Shoulder Stabilization Exercises

If you have shoulder pain, you may be referred to a physical therapist to help you control your pain, return you to normal functional mobility, and to regain normal use of your arm and shoulder.

Your physical therapist (PT) has a variety of treatments and modalities to help you. One of the best treatments for your shoulder is exercise, and the PT can assess your particular shoulder condition and prescribe the right exercises for you.

Some types of exercises for your shoulder include:

Scapular Shoulder Stabilization

This step-by-step guide is similar to a shoulder program your PT may use during your rehab to help you get control of your scapula.

The scapula, or shoulder blade, is the triangular-shaped bone on each side of your upper back. The socket of the shoulder joint is a part of the scapula.

If you injure your shoulder, you may notice that it is difficult to properly use your arm, and sometimes you may start using your shoulder blade to help move it. This can cause poor habits that may continue to limit the normal arm use long after your shoulder injury has healed.

If this is the case, your physical therapist may prescribe scapular stabilization exercises to help you regain normal control and use of your shoulder.

Common problems that may lead to the need for scapular stabilization exercise include, but are not limited to:

  • Frozen shoulder
  • Post upper-extremity fracture
  • Rotator cuff tears and tendinitis
  • Scapular dyskinesia
  • Scapulocostal syndrome (snapping scapula syndrome)
  • Shoulder arthritis
  • Shoulder bursitis
  • Shoulder dislocation
  • Shoulder impingement syndrome
  • Shoulder surgery

Before starting these or any other shoulder exercises, it is best to consult your healthcare provider or physical therapist to be certain that exercising is safe for you to do.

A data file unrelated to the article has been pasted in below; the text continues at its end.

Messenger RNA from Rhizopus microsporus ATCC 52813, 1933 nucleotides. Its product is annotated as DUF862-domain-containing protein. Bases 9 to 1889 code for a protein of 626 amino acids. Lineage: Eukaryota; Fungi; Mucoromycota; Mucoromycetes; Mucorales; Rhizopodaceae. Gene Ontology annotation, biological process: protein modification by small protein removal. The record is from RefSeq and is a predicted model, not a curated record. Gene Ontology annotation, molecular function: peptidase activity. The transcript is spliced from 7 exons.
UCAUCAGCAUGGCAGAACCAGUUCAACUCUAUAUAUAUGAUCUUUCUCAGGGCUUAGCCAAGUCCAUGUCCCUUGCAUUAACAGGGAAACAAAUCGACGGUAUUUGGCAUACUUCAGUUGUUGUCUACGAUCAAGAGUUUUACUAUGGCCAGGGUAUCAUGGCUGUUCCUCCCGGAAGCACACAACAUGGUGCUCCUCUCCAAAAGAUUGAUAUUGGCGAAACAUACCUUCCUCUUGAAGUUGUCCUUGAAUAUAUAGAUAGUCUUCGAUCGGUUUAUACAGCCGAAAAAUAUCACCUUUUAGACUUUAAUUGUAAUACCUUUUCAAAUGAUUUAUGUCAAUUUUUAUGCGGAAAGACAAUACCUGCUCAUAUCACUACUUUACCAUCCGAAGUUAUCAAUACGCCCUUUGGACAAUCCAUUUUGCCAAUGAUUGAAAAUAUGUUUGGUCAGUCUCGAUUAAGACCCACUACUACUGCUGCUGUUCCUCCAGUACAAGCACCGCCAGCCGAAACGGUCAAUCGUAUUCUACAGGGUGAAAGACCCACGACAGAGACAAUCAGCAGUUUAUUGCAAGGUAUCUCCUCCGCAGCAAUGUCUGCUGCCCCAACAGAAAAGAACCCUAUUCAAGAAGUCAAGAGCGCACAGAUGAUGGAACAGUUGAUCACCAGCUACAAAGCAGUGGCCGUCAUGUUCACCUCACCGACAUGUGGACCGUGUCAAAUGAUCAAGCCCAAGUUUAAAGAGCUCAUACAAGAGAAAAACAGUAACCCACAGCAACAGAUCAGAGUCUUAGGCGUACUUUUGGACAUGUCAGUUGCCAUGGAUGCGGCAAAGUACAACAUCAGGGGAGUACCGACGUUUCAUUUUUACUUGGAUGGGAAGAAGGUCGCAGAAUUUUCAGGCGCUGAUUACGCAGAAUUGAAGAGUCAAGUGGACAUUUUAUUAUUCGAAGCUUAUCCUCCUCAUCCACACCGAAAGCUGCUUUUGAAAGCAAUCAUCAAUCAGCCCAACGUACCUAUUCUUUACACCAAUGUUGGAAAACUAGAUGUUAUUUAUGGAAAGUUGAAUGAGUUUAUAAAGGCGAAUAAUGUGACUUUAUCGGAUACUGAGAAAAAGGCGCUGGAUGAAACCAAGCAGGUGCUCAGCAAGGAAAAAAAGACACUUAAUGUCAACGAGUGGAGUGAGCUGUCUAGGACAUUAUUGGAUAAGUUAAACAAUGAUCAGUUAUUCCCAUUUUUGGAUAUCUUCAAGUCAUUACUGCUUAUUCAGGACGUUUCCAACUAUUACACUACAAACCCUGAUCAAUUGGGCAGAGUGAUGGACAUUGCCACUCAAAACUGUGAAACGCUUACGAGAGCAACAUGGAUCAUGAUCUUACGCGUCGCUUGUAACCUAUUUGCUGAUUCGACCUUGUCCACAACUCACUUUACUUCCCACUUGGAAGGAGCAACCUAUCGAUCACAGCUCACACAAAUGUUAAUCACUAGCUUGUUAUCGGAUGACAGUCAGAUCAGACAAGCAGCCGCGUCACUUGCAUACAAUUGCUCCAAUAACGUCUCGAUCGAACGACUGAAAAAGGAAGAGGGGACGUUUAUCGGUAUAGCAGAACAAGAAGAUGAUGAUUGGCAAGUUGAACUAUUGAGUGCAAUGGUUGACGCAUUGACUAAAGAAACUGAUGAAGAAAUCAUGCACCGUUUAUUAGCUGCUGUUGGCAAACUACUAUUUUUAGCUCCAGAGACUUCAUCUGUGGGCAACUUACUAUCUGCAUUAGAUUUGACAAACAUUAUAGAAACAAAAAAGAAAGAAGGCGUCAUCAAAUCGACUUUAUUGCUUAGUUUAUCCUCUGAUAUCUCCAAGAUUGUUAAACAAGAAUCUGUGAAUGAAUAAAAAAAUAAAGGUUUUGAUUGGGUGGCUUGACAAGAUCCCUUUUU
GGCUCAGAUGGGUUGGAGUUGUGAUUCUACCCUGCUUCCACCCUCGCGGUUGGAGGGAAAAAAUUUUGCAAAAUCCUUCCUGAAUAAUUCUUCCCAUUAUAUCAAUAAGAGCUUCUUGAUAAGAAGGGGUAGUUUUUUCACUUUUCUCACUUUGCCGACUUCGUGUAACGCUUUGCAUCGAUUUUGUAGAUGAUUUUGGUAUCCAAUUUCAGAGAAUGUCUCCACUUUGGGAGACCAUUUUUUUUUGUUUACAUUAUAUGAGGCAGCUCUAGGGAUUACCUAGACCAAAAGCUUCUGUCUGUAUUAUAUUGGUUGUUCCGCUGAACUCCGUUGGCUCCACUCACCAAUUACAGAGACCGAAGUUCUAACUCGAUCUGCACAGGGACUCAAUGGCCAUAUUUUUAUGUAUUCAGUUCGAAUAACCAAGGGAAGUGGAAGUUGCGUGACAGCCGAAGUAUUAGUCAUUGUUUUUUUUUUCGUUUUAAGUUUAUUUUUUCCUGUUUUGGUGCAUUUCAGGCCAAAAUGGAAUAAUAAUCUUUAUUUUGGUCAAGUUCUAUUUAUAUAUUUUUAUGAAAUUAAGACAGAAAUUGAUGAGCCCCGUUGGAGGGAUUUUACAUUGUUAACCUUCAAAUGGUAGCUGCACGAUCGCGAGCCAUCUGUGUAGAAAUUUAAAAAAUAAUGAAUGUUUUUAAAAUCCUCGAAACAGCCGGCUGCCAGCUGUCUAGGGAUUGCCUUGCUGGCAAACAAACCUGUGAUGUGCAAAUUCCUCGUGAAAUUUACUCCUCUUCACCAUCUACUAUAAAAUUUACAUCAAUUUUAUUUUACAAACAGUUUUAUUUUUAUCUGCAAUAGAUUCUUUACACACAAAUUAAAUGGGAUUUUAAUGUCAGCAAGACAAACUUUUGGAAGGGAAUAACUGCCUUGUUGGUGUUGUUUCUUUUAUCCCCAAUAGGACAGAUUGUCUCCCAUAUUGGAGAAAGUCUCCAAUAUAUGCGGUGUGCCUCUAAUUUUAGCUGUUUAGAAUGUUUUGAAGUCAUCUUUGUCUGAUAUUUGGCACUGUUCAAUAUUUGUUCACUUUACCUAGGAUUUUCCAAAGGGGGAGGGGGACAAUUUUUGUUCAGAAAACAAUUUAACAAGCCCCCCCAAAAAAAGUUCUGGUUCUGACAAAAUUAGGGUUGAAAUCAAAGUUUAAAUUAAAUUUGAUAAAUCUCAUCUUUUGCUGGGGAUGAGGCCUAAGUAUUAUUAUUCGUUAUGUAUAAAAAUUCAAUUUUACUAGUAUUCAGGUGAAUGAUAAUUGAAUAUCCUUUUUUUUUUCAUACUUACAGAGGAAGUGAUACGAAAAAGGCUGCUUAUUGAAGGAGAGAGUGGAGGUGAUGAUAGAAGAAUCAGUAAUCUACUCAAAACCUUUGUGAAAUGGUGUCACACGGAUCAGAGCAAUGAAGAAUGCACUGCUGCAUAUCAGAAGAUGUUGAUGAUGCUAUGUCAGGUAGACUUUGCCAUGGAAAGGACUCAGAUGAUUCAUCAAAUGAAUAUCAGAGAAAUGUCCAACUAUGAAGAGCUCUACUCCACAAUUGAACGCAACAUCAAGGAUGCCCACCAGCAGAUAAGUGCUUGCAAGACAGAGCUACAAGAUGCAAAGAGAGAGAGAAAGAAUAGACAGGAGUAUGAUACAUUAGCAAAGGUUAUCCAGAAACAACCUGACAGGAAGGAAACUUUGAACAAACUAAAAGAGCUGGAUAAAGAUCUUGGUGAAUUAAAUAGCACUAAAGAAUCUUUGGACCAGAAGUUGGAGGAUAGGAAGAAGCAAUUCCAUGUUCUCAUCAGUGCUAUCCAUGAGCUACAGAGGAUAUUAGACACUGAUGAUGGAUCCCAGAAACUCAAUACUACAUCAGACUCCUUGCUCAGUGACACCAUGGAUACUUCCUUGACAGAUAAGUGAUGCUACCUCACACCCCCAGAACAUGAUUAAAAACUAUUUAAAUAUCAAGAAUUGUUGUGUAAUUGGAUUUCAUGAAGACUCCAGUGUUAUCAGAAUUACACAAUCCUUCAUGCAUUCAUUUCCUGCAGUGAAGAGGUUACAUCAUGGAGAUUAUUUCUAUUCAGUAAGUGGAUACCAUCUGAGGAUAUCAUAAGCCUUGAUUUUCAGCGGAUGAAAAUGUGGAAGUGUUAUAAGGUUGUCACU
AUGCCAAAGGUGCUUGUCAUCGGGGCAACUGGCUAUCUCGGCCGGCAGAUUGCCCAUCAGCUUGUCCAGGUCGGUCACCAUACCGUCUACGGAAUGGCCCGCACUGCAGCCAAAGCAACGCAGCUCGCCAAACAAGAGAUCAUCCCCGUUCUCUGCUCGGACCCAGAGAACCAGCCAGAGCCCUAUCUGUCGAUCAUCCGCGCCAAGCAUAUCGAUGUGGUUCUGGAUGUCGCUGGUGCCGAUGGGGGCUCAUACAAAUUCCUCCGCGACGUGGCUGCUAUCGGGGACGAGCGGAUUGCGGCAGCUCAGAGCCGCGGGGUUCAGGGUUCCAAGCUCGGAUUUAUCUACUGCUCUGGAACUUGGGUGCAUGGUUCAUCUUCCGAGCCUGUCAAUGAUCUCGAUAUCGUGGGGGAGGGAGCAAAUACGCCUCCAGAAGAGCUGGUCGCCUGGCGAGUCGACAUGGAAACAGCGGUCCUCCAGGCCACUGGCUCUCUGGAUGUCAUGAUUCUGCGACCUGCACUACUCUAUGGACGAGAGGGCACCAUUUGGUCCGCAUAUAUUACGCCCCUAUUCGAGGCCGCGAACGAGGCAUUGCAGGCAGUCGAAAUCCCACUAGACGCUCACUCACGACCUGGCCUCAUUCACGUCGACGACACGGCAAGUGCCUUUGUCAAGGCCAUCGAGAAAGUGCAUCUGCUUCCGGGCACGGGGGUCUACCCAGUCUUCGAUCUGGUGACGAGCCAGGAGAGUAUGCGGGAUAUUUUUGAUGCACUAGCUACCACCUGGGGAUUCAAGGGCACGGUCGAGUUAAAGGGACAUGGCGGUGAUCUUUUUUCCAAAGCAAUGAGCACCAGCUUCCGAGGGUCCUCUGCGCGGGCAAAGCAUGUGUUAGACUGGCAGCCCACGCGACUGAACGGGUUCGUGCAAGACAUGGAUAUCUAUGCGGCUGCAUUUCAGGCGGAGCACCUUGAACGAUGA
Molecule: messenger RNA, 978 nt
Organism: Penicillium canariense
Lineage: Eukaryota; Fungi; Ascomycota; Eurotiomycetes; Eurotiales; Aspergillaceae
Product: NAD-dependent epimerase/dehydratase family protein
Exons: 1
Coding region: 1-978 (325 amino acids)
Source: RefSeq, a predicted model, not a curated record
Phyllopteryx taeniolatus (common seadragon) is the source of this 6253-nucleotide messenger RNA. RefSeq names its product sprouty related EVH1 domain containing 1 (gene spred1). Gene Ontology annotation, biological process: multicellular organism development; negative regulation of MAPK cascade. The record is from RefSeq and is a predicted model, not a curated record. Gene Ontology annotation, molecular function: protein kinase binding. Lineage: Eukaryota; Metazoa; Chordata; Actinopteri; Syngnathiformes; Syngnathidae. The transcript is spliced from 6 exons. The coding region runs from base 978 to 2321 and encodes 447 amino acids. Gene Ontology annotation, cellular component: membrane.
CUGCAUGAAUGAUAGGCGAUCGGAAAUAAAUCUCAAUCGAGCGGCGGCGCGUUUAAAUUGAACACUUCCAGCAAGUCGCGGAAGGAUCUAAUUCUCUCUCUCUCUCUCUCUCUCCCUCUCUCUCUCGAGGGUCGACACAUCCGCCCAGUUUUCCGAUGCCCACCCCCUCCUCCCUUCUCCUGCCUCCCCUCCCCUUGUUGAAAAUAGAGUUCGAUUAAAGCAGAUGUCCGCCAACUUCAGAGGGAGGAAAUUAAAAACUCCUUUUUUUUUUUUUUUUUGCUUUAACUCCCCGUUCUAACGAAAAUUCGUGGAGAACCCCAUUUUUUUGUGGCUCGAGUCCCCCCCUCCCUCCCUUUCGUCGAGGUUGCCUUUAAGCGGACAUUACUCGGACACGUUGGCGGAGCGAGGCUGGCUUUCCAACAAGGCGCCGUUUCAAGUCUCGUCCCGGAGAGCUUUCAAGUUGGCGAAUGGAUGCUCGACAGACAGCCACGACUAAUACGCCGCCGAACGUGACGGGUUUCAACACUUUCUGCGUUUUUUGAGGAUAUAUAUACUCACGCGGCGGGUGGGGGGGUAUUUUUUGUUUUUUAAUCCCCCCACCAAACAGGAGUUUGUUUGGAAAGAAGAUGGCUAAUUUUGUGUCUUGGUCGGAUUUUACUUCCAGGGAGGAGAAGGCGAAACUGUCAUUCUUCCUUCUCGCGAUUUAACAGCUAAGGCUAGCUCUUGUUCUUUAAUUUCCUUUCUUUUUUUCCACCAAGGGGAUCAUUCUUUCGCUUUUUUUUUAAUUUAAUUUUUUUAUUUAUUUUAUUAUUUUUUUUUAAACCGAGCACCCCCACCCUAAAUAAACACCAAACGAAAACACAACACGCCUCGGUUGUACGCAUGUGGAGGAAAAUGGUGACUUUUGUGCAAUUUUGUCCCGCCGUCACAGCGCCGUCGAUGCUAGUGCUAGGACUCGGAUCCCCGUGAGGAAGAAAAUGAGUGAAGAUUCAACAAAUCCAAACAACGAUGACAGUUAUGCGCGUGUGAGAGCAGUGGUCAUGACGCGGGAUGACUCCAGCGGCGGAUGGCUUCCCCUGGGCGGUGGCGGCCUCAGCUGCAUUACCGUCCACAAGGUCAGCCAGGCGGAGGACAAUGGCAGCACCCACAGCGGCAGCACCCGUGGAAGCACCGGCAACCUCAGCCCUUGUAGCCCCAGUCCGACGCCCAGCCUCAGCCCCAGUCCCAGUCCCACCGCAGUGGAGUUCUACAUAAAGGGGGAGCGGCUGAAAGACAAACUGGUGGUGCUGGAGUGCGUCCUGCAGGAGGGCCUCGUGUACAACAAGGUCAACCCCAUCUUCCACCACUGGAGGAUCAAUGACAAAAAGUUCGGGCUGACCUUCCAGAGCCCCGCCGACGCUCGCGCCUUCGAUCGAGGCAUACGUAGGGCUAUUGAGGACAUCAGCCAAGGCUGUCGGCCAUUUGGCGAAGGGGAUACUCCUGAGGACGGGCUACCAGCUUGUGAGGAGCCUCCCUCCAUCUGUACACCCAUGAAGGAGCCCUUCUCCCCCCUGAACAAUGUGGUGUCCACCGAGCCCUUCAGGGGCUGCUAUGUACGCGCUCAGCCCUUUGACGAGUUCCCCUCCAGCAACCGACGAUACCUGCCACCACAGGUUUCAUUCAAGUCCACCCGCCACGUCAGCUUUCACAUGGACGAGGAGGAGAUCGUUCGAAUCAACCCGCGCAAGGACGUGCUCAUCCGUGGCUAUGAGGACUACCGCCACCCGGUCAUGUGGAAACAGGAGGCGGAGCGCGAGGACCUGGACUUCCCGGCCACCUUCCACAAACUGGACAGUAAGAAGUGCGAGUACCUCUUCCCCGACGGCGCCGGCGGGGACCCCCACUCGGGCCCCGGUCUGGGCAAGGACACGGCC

Prone Row

The prone row is a great scapular stabilization exercise.

Brett Sears

The first scapular stabilization exercise is the prone row. You perform this by lying on your stomach on a bed. Slide to one side of the bed so that your arm is hanging straight down. Then, slowly bend your elbow and lift your hand towards your armpit.

The motion should feel like you are pulling on a rope to start a lawnmower.

As you raise your arm, your shoulder blade should slowly move backward and up. When your hand is almost to your armpit, hold this position for one or two seconds, and then slowly lower back down to the starting position.

Repeat this motion for eight to 15 repetitions. You can make this exercise more challenging by holding a small weight or dumbbell in your hand.


Prone T

The prone "T" exercise can help you gain control of your shoulder after injury.

Brett Sears

To perform the prone "T" (prone means to lie face down), lie on your stomach on the edge of a bed and hang your arm straight down. You can support your head with your opposite hand on your forehead.

While keeping your arm straight, slowly lift your arm out to the side and pinch your shoulder blade back towards your spine.

You should feel like one-half of the letter "T." Hold this position for one to two seconds, and then slowly lower back to the starting position.

Repeat this exercise for eight to 15 repetitions. Once you are done, move on to the next exercise.


Prone Y

The prone "Y" exercise for scapular strengthening.

Brett Sears

The prone "Y" is done just like the prone "T" except that your arm forms the letter "Y" during the motion.